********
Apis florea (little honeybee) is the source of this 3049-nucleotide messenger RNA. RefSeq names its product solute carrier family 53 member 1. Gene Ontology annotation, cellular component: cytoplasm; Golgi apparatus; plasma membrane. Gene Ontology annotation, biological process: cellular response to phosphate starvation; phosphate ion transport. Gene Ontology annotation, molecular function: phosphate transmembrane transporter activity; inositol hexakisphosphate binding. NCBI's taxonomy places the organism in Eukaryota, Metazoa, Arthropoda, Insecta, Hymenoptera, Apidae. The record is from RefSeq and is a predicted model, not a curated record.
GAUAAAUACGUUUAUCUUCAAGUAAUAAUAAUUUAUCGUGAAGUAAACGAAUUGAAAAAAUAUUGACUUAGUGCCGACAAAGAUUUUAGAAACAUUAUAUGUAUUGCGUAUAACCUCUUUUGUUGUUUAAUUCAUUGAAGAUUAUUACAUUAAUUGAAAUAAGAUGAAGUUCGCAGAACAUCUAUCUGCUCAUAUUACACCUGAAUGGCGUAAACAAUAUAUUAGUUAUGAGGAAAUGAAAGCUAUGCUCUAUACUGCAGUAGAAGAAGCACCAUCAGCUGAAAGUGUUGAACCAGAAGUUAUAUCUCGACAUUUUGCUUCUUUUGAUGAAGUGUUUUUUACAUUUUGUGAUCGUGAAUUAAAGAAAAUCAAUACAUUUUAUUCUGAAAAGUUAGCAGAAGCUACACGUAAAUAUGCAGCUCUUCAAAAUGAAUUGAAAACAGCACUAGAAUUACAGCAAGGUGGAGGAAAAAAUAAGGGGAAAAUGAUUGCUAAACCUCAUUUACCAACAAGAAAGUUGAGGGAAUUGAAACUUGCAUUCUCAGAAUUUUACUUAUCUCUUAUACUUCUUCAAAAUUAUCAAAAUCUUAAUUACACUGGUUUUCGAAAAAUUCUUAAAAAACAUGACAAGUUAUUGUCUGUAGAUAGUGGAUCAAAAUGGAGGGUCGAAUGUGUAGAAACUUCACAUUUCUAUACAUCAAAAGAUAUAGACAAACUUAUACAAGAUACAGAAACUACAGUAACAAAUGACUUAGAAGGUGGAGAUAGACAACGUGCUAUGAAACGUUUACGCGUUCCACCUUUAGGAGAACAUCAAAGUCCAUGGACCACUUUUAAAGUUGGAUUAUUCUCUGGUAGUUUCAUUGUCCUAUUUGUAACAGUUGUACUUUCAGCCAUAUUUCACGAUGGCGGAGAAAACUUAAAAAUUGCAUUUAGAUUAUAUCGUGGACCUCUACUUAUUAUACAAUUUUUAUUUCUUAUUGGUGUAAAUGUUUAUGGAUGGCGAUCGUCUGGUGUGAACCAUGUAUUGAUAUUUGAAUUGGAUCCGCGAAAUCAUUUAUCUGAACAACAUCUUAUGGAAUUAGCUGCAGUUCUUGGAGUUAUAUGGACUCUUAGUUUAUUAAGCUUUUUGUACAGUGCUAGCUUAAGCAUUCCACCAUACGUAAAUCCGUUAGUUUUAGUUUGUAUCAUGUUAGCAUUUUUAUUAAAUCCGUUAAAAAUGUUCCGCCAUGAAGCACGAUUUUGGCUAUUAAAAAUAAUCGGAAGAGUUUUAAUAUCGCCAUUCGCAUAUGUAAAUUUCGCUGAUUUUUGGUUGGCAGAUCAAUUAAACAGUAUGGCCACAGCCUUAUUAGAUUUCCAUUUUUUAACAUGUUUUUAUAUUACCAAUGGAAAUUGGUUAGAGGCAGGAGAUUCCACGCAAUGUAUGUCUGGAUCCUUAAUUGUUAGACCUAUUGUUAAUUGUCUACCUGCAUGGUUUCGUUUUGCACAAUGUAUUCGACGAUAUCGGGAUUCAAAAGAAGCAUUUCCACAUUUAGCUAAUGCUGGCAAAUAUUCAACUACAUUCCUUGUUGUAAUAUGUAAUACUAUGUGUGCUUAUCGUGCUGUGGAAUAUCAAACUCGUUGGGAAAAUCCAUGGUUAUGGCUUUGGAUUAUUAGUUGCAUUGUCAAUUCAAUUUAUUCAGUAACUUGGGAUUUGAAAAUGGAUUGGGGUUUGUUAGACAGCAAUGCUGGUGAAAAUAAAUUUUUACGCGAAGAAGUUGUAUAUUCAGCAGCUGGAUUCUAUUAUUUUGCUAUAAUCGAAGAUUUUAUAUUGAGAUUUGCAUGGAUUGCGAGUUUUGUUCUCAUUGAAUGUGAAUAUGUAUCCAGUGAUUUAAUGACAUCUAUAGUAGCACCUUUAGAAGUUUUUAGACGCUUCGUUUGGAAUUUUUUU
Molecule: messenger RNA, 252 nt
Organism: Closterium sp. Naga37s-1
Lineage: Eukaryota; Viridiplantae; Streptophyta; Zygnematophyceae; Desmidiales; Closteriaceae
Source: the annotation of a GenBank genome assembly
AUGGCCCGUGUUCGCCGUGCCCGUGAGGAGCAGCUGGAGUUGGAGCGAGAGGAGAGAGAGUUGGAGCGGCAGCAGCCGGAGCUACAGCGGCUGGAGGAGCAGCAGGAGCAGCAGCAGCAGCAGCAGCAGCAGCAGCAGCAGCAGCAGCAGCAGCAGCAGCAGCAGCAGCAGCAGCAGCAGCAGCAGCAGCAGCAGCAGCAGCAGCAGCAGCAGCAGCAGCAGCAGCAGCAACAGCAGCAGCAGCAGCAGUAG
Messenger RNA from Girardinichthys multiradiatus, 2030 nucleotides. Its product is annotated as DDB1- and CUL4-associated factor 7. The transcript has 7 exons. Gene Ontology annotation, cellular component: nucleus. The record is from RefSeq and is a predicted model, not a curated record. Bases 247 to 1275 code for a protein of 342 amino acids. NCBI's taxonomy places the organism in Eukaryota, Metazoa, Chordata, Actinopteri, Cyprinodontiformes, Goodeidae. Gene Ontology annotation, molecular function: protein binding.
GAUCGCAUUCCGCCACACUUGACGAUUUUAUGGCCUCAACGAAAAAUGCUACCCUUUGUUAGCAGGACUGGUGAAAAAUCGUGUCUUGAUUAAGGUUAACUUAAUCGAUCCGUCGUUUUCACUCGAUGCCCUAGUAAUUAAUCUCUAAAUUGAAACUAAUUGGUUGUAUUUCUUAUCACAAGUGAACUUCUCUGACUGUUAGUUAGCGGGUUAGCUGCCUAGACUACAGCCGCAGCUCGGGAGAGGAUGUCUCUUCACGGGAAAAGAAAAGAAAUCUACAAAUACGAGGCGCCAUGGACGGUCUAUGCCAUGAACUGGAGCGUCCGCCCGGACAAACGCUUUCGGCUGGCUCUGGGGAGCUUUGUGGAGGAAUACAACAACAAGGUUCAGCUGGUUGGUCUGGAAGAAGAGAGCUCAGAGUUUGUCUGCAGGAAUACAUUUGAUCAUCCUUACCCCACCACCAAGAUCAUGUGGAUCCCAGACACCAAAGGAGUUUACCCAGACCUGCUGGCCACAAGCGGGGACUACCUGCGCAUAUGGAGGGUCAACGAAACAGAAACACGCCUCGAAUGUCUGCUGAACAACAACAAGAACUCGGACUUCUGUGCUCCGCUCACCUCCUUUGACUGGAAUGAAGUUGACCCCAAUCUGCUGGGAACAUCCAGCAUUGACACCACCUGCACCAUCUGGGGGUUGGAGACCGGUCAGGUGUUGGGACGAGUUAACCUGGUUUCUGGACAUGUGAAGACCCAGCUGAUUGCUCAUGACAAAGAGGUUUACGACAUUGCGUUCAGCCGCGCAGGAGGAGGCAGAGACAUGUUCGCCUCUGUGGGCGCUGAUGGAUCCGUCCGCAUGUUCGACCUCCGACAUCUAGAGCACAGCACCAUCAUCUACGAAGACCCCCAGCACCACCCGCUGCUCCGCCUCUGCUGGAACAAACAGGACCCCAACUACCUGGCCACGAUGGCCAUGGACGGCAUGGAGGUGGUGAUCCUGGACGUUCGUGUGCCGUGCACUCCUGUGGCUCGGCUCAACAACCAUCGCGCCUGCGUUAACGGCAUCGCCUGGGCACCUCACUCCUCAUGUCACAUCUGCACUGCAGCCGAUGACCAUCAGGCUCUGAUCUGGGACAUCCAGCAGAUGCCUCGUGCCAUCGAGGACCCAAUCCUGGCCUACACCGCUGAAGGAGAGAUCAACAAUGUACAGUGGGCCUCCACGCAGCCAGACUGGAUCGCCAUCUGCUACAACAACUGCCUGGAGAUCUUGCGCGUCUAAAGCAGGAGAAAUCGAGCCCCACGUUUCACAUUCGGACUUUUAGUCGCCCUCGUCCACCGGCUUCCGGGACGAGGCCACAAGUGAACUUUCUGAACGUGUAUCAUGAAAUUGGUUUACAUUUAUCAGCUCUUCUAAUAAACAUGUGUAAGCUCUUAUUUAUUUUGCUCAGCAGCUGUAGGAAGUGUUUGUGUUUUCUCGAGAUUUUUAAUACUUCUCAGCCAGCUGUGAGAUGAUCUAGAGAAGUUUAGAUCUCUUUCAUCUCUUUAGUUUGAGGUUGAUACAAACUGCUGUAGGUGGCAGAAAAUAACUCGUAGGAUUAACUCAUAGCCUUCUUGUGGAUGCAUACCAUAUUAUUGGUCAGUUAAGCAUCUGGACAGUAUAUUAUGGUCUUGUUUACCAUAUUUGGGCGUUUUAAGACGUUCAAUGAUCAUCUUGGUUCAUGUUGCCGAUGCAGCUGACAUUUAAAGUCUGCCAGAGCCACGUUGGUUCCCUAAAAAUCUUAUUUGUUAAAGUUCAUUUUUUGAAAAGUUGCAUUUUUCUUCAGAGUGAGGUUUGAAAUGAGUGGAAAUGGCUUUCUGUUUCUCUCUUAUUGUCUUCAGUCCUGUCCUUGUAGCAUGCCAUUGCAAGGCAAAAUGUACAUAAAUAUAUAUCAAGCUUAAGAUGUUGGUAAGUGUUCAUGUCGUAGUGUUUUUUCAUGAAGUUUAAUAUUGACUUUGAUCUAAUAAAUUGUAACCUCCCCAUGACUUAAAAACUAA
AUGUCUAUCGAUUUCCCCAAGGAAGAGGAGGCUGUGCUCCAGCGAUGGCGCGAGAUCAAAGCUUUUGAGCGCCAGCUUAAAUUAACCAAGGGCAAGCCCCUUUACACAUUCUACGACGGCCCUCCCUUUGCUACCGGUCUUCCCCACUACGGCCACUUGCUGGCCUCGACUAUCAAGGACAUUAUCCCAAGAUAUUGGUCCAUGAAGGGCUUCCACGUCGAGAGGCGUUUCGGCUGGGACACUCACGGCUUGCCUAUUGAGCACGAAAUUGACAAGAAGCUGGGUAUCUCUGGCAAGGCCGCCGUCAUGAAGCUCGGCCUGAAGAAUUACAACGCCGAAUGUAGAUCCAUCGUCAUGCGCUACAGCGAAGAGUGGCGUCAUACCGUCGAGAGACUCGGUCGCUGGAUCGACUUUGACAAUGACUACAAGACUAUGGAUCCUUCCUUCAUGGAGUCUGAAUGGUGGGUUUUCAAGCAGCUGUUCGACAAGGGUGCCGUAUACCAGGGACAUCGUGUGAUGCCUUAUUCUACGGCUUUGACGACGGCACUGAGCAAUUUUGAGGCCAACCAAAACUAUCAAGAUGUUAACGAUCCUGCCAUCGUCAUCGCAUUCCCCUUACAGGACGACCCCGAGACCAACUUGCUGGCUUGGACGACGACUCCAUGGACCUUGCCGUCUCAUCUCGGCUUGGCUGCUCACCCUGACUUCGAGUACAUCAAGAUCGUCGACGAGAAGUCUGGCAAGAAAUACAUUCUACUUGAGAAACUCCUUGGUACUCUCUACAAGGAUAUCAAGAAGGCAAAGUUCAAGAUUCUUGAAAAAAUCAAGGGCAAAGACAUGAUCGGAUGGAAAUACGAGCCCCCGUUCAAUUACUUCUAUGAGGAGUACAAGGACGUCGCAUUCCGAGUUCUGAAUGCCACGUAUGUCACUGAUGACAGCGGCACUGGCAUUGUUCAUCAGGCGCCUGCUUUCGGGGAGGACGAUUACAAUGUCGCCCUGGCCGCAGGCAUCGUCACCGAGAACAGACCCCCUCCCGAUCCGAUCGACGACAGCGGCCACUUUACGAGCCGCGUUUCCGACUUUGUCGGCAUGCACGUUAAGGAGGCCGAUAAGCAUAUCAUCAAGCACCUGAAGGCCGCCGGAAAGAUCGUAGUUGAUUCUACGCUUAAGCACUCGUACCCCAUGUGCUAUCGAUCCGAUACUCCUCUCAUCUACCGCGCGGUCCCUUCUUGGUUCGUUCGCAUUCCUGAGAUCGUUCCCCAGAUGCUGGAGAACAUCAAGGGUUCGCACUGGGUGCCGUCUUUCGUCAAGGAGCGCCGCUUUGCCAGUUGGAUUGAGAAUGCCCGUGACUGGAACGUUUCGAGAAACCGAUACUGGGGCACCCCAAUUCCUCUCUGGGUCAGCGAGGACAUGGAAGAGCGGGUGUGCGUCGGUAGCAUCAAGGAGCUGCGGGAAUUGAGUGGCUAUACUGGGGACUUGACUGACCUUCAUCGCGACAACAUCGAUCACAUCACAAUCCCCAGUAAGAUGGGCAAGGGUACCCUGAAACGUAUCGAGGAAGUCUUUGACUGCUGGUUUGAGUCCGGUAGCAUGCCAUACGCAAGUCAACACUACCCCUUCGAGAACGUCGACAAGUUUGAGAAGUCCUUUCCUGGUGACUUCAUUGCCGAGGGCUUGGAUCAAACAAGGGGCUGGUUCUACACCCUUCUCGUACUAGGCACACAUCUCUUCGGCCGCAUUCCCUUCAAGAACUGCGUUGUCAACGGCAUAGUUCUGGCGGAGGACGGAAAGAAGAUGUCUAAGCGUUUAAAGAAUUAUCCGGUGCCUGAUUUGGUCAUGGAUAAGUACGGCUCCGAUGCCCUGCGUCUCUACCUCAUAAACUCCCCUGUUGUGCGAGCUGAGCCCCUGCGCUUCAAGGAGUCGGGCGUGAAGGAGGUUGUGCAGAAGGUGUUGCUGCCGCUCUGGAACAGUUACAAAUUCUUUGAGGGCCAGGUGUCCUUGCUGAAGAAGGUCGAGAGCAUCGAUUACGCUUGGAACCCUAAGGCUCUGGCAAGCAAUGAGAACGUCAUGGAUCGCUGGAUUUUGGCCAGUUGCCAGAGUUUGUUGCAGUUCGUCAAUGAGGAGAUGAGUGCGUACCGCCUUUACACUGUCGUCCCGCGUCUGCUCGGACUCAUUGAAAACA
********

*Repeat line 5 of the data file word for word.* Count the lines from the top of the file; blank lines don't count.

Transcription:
Lineage: Eukaryota; Viridiplantae; Streptophyta; Zygnematophyceae; Desmidiales; Closteriaceae